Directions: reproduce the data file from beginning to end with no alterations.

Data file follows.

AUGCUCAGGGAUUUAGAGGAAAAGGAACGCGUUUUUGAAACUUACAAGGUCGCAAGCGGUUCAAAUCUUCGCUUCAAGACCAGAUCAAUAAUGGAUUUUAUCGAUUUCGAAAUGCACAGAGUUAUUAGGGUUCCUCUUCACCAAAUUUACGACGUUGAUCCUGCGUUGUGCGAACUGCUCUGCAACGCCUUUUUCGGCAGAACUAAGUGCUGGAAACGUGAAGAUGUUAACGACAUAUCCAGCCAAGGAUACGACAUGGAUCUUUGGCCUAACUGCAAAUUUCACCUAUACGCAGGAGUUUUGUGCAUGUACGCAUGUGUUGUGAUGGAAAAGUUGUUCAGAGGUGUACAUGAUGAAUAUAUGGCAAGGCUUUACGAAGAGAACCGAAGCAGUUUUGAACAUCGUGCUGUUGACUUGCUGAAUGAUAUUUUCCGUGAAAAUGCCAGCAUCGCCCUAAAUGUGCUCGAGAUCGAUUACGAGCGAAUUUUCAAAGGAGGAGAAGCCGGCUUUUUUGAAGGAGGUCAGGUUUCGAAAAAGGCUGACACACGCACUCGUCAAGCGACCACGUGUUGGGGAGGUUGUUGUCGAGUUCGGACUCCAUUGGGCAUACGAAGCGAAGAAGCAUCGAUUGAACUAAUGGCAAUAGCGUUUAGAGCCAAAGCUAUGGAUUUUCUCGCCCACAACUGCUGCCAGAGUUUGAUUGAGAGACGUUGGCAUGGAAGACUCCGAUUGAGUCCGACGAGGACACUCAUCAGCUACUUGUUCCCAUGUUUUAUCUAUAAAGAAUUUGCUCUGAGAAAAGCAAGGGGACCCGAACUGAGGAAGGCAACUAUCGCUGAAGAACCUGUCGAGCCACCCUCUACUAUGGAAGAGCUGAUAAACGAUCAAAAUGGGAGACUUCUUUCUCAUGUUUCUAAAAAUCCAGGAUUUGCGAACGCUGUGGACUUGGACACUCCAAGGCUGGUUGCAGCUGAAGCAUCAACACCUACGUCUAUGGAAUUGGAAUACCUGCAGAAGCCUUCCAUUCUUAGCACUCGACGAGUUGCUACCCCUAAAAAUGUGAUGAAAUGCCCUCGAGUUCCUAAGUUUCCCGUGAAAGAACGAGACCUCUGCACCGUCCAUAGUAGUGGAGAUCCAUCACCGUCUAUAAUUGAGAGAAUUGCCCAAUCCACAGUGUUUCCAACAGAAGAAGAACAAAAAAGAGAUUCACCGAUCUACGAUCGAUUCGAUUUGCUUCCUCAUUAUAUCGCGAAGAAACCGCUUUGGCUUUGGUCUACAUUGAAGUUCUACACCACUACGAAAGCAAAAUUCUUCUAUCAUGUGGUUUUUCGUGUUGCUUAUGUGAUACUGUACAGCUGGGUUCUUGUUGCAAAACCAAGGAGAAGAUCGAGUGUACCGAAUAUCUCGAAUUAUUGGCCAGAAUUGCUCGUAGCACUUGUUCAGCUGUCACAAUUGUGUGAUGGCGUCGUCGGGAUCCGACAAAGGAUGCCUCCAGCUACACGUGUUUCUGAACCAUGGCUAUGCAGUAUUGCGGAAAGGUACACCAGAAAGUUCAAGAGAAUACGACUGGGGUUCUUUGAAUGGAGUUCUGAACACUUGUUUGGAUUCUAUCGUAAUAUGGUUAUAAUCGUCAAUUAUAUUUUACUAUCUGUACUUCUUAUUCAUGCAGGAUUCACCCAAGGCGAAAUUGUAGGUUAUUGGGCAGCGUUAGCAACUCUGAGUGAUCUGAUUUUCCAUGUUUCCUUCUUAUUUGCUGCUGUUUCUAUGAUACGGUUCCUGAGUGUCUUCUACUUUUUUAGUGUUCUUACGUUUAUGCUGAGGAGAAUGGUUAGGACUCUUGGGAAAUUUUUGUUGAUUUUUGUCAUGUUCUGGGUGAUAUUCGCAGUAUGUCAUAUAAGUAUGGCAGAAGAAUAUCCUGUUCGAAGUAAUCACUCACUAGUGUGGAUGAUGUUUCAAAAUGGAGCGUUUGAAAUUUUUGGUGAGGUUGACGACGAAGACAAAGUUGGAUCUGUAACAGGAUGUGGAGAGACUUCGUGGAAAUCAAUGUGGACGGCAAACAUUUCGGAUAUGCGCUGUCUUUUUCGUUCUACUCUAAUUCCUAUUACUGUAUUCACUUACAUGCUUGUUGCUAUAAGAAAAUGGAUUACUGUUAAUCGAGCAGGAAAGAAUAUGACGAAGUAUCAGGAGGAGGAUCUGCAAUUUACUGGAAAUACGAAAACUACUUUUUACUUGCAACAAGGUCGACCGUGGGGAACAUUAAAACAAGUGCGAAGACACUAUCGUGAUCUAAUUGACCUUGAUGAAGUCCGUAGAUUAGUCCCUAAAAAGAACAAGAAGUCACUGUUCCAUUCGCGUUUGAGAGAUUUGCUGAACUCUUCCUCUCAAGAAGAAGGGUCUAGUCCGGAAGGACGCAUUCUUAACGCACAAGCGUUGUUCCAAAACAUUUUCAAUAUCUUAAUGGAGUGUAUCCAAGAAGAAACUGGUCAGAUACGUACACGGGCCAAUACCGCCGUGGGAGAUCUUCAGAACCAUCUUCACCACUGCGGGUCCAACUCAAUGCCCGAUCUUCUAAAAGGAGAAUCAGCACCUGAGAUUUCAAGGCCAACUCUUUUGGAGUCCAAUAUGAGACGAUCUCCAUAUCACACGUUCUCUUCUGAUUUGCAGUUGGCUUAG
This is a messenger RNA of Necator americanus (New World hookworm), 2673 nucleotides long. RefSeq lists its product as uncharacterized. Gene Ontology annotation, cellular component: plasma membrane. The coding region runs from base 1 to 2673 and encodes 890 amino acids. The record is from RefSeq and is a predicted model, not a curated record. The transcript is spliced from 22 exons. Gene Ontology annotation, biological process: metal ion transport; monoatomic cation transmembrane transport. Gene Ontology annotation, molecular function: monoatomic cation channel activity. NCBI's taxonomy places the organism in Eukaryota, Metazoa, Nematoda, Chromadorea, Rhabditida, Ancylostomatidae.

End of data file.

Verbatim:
AUGCUCAGGGAUUUAGAGGAAAAGGAACGCGUUUUUGAAACUUACAAGGUCGCAAGCGGUUCAAAUCUUCGCUUCAAGACCAGAUCAAUAAUGGAUUUUAUCGAUUUCGAAAUGCACAGAGUUAUUAGGGUUCCUCUUCACCAAAUUUACGACGUUGAUCCUGCGUUGUGCGAACUGCUCUGCAACGCCUUUUUCGGCAGAACUAAGUGCUGGAAACGUGAAGAUGUUAACGACAUAUCCAGCCAAGGAUACGACAUGGAUCUUUGGCCUAACUGCAAAUUUCACCUAUACGCAGGAGUUUUGUGCAUGUACGCAUGUGUUGUGAUGGAAAAGUUGUUCAGAGGUGUACAUGAUGAAUAUAUGGCAAGGCUUUACGAAGAGAACCGAAGCAGUUUUGAACAUCGUGCUGUUGACUUGCUGAAUGAUAUUUUCCGUGAAAAUGCCAGCAUCGCCCUAAAUGUGCUCGAGAUCGAUUACGAGCGAAUUUUCAAAGGAGGAGAAGCCGGCUUUUUUGAAGGAGGUCAGGUUUCGAAAAAGGCUGACACACGCACUCGUCAAGCGACCACGUGUUGGGGAGGUUGUUGUCGAGUUCGGACUCCAUUGGGCAUACGAAGCGAAGAAGCAUCGAUUGAACUAAUGGCAAUAGCGUUUAGAGCCAAAGCUAUGGAUUUUCUCGCCCACAACUGCUGCCAGAGUUUGAUUGAGAGACGUUGGCAUGGAAGACUCCGAUUGAGUCCGACGAGGACACUCAUCAGCUACUUGUUCCCAUGUUUUAUCUAUAAAGAAUUUGCUCUGAGAAAAGCAAGGGGACCCGAACUGAGGAAGGCAACUAUCGCUGAAGAACCUGUCGAGCCACCCUCUACUAUGGAAGAGCUGAUAAACGAUCAAAAUGGGAGACUUCUUUCUCAUGUUUCUAAAAAUCCAGGAUUUGCGAACGCUGUGGACUUGGACACUCCAAGGCUGGUUGCAGCUGAAGCAUCAACACCUACGUCUAUGGAAUUGGAAUACCUGCAGAAGCCUUCCAUUCUUAGCACUCGACGAGUUGCUACCCCUAAAAAUGUGAUGAAAUGCCCUCGAGUUCCUAAGUUUCCCGUGAAAGAACGAGACCUCUGCACCGUCCAUAGUAGUGGAGAUCCAUCACCGUCUAUAAUUGAGAGAAUUGCCCAAUCCACAGUGUUUCCAACAGAAGAAGAACAAAAAAGAGAUUCACCGAUCUACGAUCGAUUCGAUUUGCUUCCUCAUUAUAUCGCGAAGAAACCGCUUUGGCUUUGGUCUACAUUGAAGUUCUACACCACUACGAAAGCAAAAUUCUUCUAUCAUGUGGUUUUUCGUGUUGCUUAUGUGAUACUGUACAGCUGGGUUCUUGUUGCAAAACCAAGGAGAAGAUCGAGUGUACCGAAUAUCUCGAAUUAUUGGCCAGAAUUGCUCGUAGCACUUGUUCAGCUGUCACAAUUGUGUGAUGGCGUCGUCGGGAUCCGACAAAGGAUGCCUCCAGCUACACGUGUUUCUGAACCAUGGCUAUGCAGUAUUGCGGAAAGGUACACCAGAAAGUUCAAGAGAAUACGACUGGGGUUCUUUGAAUGGAGUUCUGAACACUUGUUUGGAUUCUAUCGUAAUAUGGUUAUAAUCGUCAAUUAUAUUUUACUAUCUGUACUUCUUAUUCAUGCAGGAUUCACCCAAGGCGAAAUUGUAGGUUAUUGGGCAGCGUUAGCAACUCUGAGUGAUCUGAUUUUCCAUGUUUCCUUCUUAUUUGCUGCUGUUUCUAUGAUACGGUUCCUGAGUGUCUUCUACUUUUUUAGUGUUCUUACGUUUAUGCUGAGGAGAAUGGUUAGGACUCUUGGGAAAUUUUUGUUGAUUUUUGUCAUGUUCUGGGUGAUAUUCGCAGUAUGUCAUAUAAGUAUGGCAGAAGAAUAUCCUGUUCGAAGUAAUCACUCACUAGUGUGGAUGAUGUUUCAAAAUGGAGCGUUUGAAAUUUUUGGUGAGGUUGACGACGAAGACAAAGUUGGAUCUGUAACAGGAUGUGGAGAGACUUCGUGGAAAUCAAUGUGGACGGCAAACAUUUCGGAUAUGCGCUGUCUUUUUCGUUCUACUCUAAUUCCUAUUACUGUAUUCACUUACAUGCUUGUUGCUAUAAGAAAAUGGAUUACUGUUAAUCGAGCAGGAAAGAAUAUGACGAAGUAUCAGGAGGAGGAUCUGCAAUUUACUGGAAAUACGAAAACUACUUUUUACUUGCAACAAGGUCGACCGUGGGGAACAUUAAAACAAGUGCGAAGACACUAUCGUGAUCUAAUUGACCUUGAUGAAGUCCGUAGAUUAGUCCCUAAAAAGAACAAGAAGUCACUGUUCCAUUCGCGUUUGAGAGAUUUGCUGAACUCUUCCUCUCAAGAAGAAGGGUCUAGUCCGGAAGGACGCAUUCUUAACGCACAAGCGUUGUUCCAAAACAUUUUCAAUAUCUUAAUGGAGUGUAUCCAAGAAGAAACUGGUCAGAUACGUACACGGGCCAAUACCGCCGUGGGAGAUCUUCAGAACCAUCUUCACCACUGCGGGUCCAACUCAAUGCCCGAUCUUCUAAAAGGAGAAUCAGCACCUGAGAUUUCAAGGCCAACUCUUUUGGAGUCCAAUAUGAGACGAUCUCCAUAUCACACGUUCUCUUCUGAUUUGCAGUUGGCUUAG
This is a messenger RNA of Necator americanus (New World hookworm), 2673 nucleotides long. RefSeq lists its product as uncharacterized. Gene Ontology annotation, cellular component: plasma membrane. The coding region runs from base 1 to 2673 and encodes 890 amino acids. The record is from RefSeq and is a predicted model, not a curated record. The transcript is spliced from 22 exons. Gene Ontology annotation, biological process: metal ion transport; monoatomic cation transmembrane transport. Gene Ontology annotation, molecular function: monoatomic cation channel activity. NCBI's taxonomy places the organism in Eukaryota, Metazoa, Nematoda, Chromadorea, Rhabditida, Ancylostomatidae.